Haploidentical Bone Marrow Transplant
Drs. Heather Symons and Ken Cooke
The lack of adequate bone marrow donors to match the needs of patients was the inspiration for Johns Hopkins scientists who pioneered haploidentical bone marrow transplant (BMT). This breakthrough discovery makes bone marrow transplant possible for nearly every patient who needs the treatment.
In haploidentical BMT, parents, siblings, and potentially aunts and uncles, nieces and nephews, half-siblings, and grandparents can safely serve as donors. Our experts have performed more than 500 hapliodidentical transplants for adult and pediatric leukemia and lymphoma with safety and toxicity comparable to traditional transplants. This safety has made it possible for this type of BMT, available only at Johns Hopkins, to be used to treat many types of cancer and non-cancerous pediatric diseases:
- pediatric hematologic malignancies
- pediatric solid tumors, to induce a graft vs. tumor effect and reduce recurrence in high-risk cancers.
- sickle cell anemia
- immune diseases
- in conjunction with solid organ transplants to prevent organ rejection and eliminate the risks and costs associated with lifelong treatment with immunosuppressant drugs.
Pediatric bone marrow transplant expert Heather Symons is directing a clinical study of haploidentical bone marrow transplant for patients with refractory and/or relapsed high-risk leukemia and lymphomas. The study is available only at Johns Hopkins. Symon’s novel trial uses half-matched donors and, therefore, is an option for almost any patient where BMT is indicated. The safety and toxicity of haploidentical bone marrow transplants performed to date is comparable to matched transplants. As a result, the strategy is now being used in earlier treatment of pediatric leukemias and lymphomas, and has been expanded to include children with solid tumors, such as sarcoma and neuroblastoma to incite a graft versus tumor effect and prevent cancer recurrence.
Haploidentical BMT Clinical Trials:
A phase II trial of partially HLA-mismatched (HLA-haploidentical) bone marrow transplantation for high-risk solid tumors.
Allogeneic hematopoietic stem cell transplantation (HSCT) may be associated with a clinically significant "graft-versus-tumor" (GVT) effect, even against disease that is unresponsive to chemotherapy and radiation therapy. Graft-vs.-tumor (GVT) effects have been described after allogeneic HCT for neuroblastoma, Ewing sarcoma, osteosarcoma, rhabdomyosarcoma, melanoma and hepatoblastoma.Our goal is to maximize a T cell and NK cell mediated graft versus tumor effect in poor prognosis solid tumor patients using haploidentical donors, T cell replete bone marrow, and a unique post-transplant immunosuppression regimen containing post transplantation Cy and an mTOR inhibitor. This therapy will be widely applicable because almost all patients have a half-matched donor available (parent or sibling). We hope to demonstrate the safety and feasibility of this therapy in anticipation of combining this platform with additional post-transplantation therapy such as cryoablation, Donor Lymphocyte Infusion (DLI), stem cell directed therapy, immunologic checkpoint inhibitors, and/or metabolic inhibitors.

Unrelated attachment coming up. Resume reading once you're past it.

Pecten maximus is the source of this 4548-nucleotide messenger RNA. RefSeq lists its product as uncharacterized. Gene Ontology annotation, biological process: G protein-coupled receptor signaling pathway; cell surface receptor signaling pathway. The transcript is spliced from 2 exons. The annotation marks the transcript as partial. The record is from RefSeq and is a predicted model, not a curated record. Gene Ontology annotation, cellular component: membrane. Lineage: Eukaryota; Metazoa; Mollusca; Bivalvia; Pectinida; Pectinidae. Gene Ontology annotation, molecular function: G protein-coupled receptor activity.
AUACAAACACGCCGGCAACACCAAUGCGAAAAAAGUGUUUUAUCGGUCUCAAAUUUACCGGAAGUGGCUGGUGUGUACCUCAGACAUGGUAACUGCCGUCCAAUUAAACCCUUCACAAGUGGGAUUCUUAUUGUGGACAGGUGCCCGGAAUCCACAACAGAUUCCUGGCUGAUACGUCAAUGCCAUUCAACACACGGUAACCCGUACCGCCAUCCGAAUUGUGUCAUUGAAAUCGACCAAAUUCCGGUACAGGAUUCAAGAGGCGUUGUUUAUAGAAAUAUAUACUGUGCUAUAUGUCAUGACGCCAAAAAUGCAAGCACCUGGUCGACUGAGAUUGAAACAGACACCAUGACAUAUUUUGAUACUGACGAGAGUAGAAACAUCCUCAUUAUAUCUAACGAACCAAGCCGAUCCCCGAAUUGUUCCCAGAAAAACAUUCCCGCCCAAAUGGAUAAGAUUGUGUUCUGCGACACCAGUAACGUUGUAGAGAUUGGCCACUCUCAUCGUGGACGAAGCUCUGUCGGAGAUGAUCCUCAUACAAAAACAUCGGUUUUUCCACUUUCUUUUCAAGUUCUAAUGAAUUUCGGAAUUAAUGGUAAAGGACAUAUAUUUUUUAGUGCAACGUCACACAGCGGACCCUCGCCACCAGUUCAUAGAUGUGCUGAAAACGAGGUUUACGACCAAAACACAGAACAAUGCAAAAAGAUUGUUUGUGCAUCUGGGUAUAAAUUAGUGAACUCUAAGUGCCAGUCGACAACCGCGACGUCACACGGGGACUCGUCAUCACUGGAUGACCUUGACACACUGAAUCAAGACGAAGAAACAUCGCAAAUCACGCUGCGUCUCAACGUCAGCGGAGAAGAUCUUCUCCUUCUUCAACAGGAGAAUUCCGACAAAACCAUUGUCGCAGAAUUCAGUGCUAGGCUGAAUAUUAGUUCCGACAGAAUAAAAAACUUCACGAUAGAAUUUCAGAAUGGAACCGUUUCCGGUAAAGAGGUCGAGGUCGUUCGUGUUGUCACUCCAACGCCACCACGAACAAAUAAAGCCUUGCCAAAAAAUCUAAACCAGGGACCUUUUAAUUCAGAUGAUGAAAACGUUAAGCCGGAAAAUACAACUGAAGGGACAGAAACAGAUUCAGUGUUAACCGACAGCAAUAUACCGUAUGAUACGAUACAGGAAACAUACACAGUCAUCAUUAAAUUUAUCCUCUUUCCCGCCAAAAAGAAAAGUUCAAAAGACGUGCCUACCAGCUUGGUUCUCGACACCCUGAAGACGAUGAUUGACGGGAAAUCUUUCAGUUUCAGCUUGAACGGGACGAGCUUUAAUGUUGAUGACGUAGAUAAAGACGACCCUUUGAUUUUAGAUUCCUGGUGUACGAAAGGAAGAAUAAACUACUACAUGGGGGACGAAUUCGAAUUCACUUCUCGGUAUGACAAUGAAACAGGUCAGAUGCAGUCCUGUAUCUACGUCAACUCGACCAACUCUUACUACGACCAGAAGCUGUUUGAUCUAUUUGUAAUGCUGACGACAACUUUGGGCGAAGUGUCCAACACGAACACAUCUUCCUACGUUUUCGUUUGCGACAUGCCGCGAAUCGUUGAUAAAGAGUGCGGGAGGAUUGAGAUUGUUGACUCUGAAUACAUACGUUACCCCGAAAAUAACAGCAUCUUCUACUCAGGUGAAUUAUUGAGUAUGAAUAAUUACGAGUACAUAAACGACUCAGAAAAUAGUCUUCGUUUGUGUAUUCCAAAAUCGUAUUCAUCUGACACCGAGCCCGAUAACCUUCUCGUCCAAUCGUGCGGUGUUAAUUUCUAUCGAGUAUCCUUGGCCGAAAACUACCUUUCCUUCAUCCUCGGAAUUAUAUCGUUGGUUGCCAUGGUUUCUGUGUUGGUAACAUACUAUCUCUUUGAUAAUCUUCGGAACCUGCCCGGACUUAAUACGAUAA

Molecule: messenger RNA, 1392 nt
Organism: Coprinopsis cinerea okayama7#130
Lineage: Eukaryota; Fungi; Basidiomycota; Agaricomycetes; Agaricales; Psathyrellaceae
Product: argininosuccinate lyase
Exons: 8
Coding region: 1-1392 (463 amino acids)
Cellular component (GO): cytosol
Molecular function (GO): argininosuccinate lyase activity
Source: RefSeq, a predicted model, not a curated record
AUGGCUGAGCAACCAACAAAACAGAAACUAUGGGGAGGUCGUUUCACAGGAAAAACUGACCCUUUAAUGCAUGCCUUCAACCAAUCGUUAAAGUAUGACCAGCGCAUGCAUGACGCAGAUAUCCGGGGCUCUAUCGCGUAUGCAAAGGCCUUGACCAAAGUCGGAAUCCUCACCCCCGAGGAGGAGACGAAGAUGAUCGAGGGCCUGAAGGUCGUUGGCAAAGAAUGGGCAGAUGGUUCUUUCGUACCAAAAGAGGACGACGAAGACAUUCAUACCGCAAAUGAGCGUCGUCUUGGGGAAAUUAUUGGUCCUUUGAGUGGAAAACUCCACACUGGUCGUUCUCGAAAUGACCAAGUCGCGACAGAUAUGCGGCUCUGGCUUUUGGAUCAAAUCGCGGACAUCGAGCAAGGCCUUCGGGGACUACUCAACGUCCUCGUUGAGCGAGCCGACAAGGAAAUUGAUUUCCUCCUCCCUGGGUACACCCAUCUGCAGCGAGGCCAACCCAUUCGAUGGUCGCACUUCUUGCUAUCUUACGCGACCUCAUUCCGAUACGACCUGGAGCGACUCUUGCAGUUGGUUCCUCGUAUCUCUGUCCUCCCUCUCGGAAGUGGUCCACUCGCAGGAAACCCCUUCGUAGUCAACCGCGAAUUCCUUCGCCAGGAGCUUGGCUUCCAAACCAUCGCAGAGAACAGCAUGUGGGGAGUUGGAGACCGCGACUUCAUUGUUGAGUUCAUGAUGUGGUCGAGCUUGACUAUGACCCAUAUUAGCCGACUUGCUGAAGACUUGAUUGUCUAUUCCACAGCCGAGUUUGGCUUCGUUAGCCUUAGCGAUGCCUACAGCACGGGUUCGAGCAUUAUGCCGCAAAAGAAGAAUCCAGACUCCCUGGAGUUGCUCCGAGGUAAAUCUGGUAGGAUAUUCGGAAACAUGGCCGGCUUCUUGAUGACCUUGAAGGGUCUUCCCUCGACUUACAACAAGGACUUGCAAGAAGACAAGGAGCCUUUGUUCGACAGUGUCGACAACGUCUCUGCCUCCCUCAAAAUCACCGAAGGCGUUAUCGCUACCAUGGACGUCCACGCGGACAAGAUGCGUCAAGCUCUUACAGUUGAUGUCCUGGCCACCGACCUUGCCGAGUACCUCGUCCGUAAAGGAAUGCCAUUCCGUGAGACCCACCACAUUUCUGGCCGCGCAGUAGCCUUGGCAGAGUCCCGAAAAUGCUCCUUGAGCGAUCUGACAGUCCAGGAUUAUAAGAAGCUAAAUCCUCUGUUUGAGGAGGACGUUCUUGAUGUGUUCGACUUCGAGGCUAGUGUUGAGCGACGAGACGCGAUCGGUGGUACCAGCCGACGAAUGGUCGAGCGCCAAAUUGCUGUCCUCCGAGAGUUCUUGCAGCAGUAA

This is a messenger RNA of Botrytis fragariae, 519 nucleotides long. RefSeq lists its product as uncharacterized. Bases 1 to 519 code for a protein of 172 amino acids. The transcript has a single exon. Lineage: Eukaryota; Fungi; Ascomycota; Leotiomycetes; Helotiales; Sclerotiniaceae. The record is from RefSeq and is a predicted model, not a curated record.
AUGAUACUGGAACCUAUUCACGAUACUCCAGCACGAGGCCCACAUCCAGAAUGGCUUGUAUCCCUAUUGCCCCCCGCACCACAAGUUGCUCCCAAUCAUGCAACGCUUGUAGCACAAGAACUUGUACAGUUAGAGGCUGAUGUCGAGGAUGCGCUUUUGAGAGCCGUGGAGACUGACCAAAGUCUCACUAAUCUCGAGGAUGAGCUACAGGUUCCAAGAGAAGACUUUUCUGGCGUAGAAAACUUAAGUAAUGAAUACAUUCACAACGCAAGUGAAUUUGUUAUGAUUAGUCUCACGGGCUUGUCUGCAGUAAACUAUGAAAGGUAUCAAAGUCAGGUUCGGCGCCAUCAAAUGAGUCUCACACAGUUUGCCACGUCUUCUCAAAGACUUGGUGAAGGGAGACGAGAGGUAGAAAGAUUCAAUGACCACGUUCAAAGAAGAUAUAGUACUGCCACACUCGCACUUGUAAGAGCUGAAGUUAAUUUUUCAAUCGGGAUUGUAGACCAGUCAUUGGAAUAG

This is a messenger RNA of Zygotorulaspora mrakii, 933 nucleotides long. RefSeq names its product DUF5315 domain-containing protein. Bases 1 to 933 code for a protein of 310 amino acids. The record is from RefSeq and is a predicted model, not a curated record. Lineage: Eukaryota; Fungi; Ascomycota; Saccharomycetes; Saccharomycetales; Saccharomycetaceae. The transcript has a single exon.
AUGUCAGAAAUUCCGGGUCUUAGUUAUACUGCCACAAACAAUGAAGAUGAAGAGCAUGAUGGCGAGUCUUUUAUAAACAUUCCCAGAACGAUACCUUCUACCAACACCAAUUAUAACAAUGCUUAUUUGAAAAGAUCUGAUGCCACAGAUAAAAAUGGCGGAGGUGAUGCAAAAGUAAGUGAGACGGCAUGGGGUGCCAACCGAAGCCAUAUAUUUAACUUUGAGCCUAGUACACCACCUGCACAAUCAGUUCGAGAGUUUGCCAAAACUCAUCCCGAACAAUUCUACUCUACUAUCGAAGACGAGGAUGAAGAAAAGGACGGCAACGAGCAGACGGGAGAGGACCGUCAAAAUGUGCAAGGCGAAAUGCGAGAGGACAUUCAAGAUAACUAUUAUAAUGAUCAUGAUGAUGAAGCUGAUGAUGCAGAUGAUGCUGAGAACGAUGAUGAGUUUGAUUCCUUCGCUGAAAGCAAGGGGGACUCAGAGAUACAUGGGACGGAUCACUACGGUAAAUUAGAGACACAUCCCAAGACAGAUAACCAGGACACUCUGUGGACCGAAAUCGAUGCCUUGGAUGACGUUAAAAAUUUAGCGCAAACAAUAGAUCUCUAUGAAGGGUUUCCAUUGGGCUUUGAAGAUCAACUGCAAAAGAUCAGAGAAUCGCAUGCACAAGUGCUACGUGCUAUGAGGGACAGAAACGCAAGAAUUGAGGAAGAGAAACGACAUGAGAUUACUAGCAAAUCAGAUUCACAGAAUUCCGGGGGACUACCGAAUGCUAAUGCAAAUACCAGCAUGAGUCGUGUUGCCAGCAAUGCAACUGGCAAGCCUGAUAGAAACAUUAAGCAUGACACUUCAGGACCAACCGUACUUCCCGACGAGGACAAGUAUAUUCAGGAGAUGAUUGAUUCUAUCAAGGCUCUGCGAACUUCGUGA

A Pediatric Blood and Marrow Transplant Consortium (PBMTC) multi-center Phase II Pilot Trial of Myeloablative Conditioning and Transplantation of Partially HLA-mismatched T cell replete Bone Marrow with post-transplantation cyclophosphamide for Pediatric Patients with Hematologic Malignancies
We propose a multi-institutional phase II study in children with high-risk leukemias in 1st CR, acute leukemias in 2nd CR, MDS, and JMML. The myeloablative conditioning regimen prescribed will be TBI-based for lymphoid leukemias and busulfan-based for myeloid leukemias, or for lymphoid leukemias in which a TBI-based regimen was used for the first transplant. Our goal is to establish an easily exportable, inexpensive platform for haplotransplantation that has a safety profile equivalent to matched related and unrelated BMTs. The primary objective will be to estimate the incidence of 6-month non-relapse mortality, hypothesizing that NRM is less than 18%.
Bone Marrow Transplantation and High Dose Post-Transplant Cyclophosphamide for Chimerism Induction and Renal Allograft Tolerance
Kidney transplantation is a good treatment for people with end-stage kidney disease. However, there is still much to learn about how to best care for the transplanted kidney and keep it working for a long time. Unless a person receiving a kidney from someone else takes drugs that reduce immune function, the kidney will be rejected. Those drugs must be continued life-long. ï¿½The side effects of these drugs cause many problems, including infections and cancer, and frequently shorten life. ï¿½Long term immunosuppressive medications do not entirely protect against rejection episodes. Rejection episodes can cause the long term weakening and loss of the transplanted kidney from cumulative chronic rejection effects. ï¿½The likelihood that a transplanted kidney will still be functioning at 10 years is only about 50%. Both the quality and duration of life are reduced on dialysis, and the risks of transplantation increase with subsequent transplants due to sensitization. Life expectancy after a second or third kidney transplant is even shorter. For all these reasons, tolerance of the transplanted kidney, without chronic rejection and without the need for permanent immunosuppressive drug treatment, is a highly desirable goal. If this can be achieved, it would make "one kidney for life" possible.
Patients between the ages pf 18 to 65 years old who are the recipient of a first renal allograft from an HLA-haploidentical, living related donor.